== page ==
Zero Waste Blog Post: May 10, 2019
Sorting Out the Confusion!
By: Natasha Oviedo, Malcolm Au, Kate Zeile, Gustav Fiere, and Elizabeth Tanner.
For the past two weeks the Zero-Waste team has been tabling in front of the Young Research Library as part of our campaign to educate Charles E. Young Research Library users on how to properly dispose of waste and develop more sustainable habits. A lot of the people who came by our table already had a small interest or curiosity in sustainability but still had questions about properly disposing their waste. Since even students who cared and had some background knowledge on sustainability were confused about how they should dispose of their waste, we realized just how important education is to helping our campus and buildings become zero-waste. Many people who came by were surprised at the extent of waste produced at YRL including the amount of that waste that could be diverted. By publicly sharing our waste audit data in front of YRL through colorful and easy to read graphs and displays, library users were able to easily visualize and understand the impact of their waste regardless of their interest or background on sustainability.
One of our first outreach methods included handing out small flyers with guides explaining which waste goes to compost, landfill, or recycling. After a library user commented on the irony of a zero-waste group flyering and discussing our own hesitations about this method our team member Gustav decided to try a different approach. Once we only had one flyer left Gustav grabbed the flyer and approached people entering and leaving YRL asking, “Would you like to take a picture of our flyer?” People often looked surprised that they were not being handed the flyer but appreciated the sustainable route we took and the fact that by having the picture saved on their phone it will now be easier for them to access. Many zero-waste methods can seem unconventional at first, which is why it was important for our team to try a different method in the hopes that soon the sustainable way becomes the normal way.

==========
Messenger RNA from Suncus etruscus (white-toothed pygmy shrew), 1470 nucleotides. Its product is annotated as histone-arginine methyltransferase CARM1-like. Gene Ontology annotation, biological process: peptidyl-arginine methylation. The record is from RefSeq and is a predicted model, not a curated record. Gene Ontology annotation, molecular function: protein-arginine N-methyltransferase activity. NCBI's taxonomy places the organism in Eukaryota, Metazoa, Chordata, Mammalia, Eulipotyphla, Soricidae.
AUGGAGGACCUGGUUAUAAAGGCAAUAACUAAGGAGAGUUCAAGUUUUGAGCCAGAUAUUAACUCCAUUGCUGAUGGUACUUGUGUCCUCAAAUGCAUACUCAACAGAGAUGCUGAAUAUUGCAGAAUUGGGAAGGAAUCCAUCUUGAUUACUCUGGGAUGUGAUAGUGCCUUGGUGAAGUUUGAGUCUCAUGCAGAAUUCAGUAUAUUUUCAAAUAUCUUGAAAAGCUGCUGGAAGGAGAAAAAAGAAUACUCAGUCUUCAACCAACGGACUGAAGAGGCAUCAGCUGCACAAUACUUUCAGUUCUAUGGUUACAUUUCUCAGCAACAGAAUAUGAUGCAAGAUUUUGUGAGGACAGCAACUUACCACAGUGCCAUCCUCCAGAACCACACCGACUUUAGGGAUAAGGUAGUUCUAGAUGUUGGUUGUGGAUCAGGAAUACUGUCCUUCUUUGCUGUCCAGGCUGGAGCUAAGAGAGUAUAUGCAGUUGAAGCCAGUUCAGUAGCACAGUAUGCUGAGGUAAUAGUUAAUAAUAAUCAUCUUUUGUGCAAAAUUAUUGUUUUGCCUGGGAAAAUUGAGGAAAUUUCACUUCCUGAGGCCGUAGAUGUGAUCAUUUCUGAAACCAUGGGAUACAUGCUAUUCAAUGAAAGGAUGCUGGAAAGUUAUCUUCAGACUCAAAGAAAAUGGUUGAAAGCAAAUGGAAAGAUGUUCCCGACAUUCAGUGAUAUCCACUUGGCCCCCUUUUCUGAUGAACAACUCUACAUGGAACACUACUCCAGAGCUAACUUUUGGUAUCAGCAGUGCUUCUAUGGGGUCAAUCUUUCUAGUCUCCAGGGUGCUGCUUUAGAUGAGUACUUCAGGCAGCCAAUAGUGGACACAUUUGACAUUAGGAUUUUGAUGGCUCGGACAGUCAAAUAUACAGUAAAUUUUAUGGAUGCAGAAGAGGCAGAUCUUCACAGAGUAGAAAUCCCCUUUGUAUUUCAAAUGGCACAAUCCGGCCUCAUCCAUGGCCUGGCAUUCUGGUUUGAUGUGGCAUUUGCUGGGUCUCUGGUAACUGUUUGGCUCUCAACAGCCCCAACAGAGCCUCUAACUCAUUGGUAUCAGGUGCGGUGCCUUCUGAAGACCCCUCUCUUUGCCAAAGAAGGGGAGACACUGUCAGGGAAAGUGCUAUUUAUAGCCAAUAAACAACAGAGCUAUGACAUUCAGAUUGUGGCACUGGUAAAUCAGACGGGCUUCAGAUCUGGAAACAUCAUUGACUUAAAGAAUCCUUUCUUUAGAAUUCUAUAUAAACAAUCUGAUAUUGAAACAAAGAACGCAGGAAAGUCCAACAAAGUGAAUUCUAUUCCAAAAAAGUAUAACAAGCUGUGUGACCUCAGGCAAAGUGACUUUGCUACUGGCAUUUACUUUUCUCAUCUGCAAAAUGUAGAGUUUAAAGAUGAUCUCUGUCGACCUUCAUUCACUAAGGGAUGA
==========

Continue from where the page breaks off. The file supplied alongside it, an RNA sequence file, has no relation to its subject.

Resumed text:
While our team has run into roadblocks regarding our posters and campaign, tabling allowed us to communicate in person with different library users including undergraduate and graduate students, prospective students, librarians, custodian staff, and even visiting students from other campuses. Our interactions allowed us to understand what aspects of waste are important to people, concerns library staff and custodians have about the current infrastructure available on campus for waste disposal, and what about waste disposal confuses people.